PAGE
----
W3C home > Mailing lists > Public > public-lod@w3.org > September 2013

Re: Minimizing data volume

From: Frans Knibbe | Geodan <frans.knibbe@geodan.nl>
Date: Fri, 27 Sep 2013 13:06:16 +0200
Message-ID: <524566A8.5070702@geodan.nl>
To: Rob Warren <warren@muninn-project.org>
CC: public-lod community <public-lod@w3.org>
On 10-9-2013 21:36, Rob Warren wrote:
> Frans,
>
> The nice thing about a sparql server is that you get what you ask for. If you want only the "Feature" without the geometry, you can do that. If you only want whatever centroid the Feature is linked to, you can do that. If you want everything, you can do that. At worst, you can 'count' the length of the literal or the number of points to give you an idea of the number of coordinates present.
>
> I'm not completely happy with the opengis literals myself, but realize that with basic sparql you can strip the coordinates to the bare numerical information (no uri's) and send it in json to the client. Add to this transport level compression (web-server's problem) and things are as fast as can be expected for any remote storage situation.
Do you mean HTTP compression 
<http://en.wikipedia.org/wiki/HTTP_compression>? Thank you for bringing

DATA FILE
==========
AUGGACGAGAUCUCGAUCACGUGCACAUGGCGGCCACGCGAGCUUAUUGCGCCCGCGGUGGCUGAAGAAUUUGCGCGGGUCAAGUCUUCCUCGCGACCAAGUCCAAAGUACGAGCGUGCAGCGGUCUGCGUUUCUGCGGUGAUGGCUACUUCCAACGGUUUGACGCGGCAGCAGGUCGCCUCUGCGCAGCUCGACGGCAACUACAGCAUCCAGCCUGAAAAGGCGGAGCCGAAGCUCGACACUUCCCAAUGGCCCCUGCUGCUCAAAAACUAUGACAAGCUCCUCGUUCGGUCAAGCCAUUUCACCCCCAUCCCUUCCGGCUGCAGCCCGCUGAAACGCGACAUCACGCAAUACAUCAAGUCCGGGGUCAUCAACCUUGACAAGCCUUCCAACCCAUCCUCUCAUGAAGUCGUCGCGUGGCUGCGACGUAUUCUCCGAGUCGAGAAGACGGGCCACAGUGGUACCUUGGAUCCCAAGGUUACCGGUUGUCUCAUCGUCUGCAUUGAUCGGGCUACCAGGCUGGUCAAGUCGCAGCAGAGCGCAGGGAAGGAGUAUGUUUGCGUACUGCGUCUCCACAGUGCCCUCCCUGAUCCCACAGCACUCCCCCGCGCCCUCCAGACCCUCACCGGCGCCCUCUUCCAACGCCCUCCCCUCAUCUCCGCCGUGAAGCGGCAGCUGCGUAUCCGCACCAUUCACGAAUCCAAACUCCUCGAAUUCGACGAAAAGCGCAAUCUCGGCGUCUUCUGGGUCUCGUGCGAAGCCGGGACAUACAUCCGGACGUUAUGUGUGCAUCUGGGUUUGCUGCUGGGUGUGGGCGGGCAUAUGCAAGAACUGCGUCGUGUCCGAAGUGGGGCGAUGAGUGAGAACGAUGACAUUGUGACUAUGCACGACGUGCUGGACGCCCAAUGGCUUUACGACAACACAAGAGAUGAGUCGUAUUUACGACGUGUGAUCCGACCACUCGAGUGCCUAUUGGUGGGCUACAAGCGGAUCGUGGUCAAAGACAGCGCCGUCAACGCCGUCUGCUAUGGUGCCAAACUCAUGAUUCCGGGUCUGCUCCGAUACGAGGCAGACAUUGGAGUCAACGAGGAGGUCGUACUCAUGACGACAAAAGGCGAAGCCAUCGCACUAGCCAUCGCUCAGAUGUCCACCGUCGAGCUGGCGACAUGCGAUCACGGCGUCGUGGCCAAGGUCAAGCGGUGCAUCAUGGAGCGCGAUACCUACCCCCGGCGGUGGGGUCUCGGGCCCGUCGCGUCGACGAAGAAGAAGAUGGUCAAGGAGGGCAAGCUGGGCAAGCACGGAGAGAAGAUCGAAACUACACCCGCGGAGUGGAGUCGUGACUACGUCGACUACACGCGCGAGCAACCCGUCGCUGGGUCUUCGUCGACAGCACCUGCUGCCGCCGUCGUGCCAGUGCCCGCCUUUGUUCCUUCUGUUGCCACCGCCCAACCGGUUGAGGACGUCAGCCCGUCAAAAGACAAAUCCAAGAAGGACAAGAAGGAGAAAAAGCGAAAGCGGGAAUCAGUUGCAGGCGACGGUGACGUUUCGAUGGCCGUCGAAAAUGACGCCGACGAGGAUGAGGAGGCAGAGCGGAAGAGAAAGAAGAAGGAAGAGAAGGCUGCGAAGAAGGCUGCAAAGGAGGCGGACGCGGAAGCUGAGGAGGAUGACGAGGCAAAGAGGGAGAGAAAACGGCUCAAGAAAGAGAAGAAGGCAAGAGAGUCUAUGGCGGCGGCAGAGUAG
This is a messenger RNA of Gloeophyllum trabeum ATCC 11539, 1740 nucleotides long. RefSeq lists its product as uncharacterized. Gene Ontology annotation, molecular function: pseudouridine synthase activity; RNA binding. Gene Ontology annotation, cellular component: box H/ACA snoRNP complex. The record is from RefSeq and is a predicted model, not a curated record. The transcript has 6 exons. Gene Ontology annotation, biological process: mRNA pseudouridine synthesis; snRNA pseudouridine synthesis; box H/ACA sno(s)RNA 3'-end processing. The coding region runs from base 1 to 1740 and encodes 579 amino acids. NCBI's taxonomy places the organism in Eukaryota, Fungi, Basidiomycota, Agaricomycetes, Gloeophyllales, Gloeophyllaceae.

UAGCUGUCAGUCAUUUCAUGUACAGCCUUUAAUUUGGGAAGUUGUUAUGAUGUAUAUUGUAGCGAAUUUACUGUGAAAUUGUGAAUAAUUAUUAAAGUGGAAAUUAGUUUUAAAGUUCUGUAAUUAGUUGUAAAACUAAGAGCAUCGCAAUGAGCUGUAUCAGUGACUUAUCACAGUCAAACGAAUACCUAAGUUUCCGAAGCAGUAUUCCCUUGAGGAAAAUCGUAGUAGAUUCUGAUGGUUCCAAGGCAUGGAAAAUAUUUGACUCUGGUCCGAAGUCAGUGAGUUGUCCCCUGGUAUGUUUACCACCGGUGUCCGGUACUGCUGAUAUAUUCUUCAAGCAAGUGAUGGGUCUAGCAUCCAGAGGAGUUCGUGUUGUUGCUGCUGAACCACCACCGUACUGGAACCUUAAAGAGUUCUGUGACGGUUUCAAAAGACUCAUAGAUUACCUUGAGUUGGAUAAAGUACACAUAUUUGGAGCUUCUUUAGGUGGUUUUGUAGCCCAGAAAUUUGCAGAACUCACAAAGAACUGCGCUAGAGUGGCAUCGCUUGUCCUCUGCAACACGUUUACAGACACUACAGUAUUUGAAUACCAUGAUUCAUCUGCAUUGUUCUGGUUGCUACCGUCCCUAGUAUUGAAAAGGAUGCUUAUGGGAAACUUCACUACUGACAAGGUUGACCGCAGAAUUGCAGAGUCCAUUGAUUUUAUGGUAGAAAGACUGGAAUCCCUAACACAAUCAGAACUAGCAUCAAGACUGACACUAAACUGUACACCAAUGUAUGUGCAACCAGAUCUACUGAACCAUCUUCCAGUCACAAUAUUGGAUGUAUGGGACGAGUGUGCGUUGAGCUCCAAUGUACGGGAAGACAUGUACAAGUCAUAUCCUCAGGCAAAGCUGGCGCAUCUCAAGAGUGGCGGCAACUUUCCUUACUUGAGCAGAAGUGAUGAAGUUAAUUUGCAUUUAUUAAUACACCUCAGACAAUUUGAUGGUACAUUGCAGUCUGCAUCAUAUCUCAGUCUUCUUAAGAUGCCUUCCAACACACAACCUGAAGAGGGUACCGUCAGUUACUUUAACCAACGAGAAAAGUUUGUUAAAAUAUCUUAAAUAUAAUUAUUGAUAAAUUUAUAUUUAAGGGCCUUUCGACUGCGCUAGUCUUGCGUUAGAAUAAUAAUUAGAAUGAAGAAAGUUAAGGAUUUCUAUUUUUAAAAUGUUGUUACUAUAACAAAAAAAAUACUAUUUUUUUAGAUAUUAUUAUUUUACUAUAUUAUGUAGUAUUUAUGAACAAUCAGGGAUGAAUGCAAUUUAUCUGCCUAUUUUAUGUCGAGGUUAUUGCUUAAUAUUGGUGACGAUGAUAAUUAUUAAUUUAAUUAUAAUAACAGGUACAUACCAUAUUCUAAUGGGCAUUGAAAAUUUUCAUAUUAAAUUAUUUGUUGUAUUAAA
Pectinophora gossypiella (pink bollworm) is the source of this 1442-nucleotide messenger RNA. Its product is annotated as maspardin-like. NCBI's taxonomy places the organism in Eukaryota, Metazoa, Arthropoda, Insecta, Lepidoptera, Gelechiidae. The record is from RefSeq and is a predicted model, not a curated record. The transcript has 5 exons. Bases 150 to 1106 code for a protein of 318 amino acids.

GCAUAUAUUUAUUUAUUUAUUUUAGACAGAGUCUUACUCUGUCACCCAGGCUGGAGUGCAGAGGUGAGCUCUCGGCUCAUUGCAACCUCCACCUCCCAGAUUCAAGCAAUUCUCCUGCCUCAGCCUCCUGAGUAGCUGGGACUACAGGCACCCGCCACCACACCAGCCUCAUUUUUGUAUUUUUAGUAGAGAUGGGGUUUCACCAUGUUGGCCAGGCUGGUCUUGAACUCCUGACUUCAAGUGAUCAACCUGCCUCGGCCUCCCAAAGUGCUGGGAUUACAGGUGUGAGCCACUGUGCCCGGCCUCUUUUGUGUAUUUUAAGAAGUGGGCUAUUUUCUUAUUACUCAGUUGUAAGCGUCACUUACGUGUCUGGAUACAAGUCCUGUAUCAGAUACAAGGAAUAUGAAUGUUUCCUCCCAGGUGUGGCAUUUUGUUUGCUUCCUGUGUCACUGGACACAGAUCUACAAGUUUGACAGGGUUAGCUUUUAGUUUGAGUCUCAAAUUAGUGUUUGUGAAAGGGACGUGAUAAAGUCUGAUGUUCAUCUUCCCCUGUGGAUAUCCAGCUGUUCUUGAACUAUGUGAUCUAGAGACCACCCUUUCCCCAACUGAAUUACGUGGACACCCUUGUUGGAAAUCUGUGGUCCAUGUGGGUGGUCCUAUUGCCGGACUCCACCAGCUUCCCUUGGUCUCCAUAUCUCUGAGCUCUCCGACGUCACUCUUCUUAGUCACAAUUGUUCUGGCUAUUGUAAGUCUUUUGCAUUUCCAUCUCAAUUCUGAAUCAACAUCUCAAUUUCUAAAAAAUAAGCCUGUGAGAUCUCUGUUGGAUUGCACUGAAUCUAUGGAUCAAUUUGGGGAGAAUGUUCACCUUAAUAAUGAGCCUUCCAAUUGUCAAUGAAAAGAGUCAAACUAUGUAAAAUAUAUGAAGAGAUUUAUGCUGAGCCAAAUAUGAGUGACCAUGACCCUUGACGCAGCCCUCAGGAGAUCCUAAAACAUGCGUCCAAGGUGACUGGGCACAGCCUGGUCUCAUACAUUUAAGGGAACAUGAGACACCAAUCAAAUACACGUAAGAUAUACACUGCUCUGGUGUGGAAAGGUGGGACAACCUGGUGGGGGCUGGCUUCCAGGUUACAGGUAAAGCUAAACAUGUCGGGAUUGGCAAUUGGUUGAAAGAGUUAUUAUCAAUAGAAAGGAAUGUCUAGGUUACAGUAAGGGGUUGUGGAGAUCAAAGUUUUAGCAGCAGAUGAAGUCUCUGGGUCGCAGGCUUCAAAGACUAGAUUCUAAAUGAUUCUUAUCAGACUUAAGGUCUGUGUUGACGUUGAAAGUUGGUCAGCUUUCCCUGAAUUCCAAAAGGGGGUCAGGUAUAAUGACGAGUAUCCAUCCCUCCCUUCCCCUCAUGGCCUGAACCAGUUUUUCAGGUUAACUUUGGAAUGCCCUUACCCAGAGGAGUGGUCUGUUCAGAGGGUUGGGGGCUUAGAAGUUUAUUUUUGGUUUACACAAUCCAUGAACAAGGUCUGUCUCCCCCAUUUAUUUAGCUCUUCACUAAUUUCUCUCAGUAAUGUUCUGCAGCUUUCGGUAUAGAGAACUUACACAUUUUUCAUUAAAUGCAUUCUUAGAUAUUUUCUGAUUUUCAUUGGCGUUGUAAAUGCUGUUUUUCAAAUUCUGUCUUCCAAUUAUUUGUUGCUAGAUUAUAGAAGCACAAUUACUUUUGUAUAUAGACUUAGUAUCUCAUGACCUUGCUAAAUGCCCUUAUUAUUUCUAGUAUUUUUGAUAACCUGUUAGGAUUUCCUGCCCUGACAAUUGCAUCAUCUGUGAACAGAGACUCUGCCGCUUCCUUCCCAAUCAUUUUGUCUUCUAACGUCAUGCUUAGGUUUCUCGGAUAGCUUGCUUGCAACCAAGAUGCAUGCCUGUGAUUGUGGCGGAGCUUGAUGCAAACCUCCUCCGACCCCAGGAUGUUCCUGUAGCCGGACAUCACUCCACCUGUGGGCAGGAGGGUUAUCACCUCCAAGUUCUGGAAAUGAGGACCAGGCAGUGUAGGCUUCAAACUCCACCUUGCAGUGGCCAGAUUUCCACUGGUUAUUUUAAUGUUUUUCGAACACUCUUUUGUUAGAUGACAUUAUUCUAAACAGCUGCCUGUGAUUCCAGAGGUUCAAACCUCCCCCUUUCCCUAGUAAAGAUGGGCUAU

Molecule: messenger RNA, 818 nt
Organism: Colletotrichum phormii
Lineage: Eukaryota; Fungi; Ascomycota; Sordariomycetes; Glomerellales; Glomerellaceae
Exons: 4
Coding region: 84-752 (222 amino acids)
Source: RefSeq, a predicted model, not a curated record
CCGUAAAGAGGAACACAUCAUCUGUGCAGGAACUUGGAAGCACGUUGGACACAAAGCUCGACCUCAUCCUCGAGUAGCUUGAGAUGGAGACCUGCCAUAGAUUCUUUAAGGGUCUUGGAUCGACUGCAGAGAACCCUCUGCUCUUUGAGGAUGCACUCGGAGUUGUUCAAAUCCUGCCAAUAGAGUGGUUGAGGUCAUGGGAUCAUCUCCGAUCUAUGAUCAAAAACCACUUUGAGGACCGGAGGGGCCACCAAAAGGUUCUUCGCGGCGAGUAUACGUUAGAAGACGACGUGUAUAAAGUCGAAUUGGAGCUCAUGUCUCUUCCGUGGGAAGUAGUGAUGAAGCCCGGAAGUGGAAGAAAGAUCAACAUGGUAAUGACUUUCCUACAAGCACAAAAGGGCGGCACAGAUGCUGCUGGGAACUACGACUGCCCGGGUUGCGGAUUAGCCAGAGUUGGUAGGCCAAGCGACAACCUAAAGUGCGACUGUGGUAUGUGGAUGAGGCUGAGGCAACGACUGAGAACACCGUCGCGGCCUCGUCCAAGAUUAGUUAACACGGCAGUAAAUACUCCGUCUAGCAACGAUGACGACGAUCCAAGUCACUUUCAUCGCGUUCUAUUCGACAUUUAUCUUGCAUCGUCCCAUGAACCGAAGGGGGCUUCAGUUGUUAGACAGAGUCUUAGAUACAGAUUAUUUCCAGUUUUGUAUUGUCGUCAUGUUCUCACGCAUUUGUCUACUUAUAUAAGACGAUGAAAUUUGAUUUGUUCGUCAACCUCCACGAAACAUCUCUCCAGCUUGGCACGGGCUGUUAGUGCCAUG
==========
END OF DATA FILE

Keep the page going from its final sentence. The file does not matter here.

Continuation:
that to my attention. I was not aware that such a thing existed. I will 
put it on my list of things to investigate. For example, I wonder if it 
is commonly supported in Linked Data clients and servers.
>
> You will never compete with a local drive with a binary representation.
>
> best,
> rhw
>
>
> On 2013-09-10, at 4:09 PM, Frans Knibbe | Geodan wrote:
>
>> The problem that I see is how to handle those cases where geometry literals become unwieldy. The GeoSparql specification that you mention provides a way of writing a geometry as a literal in RDF. There may be several approaches as to how to serialize a geometry, but ending up with series of coordinates is inescapable. And I am worried about the impact of these series of coordinates becoming very long. That is why I also do like the idea of providing some extra data to enable a client to distinguish between large and small geometries. The small ones could be downloaded and processed right away, but the bigger ones might need some extra care.


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Received on Friday, 27 September 2013 11:06:49 UTC

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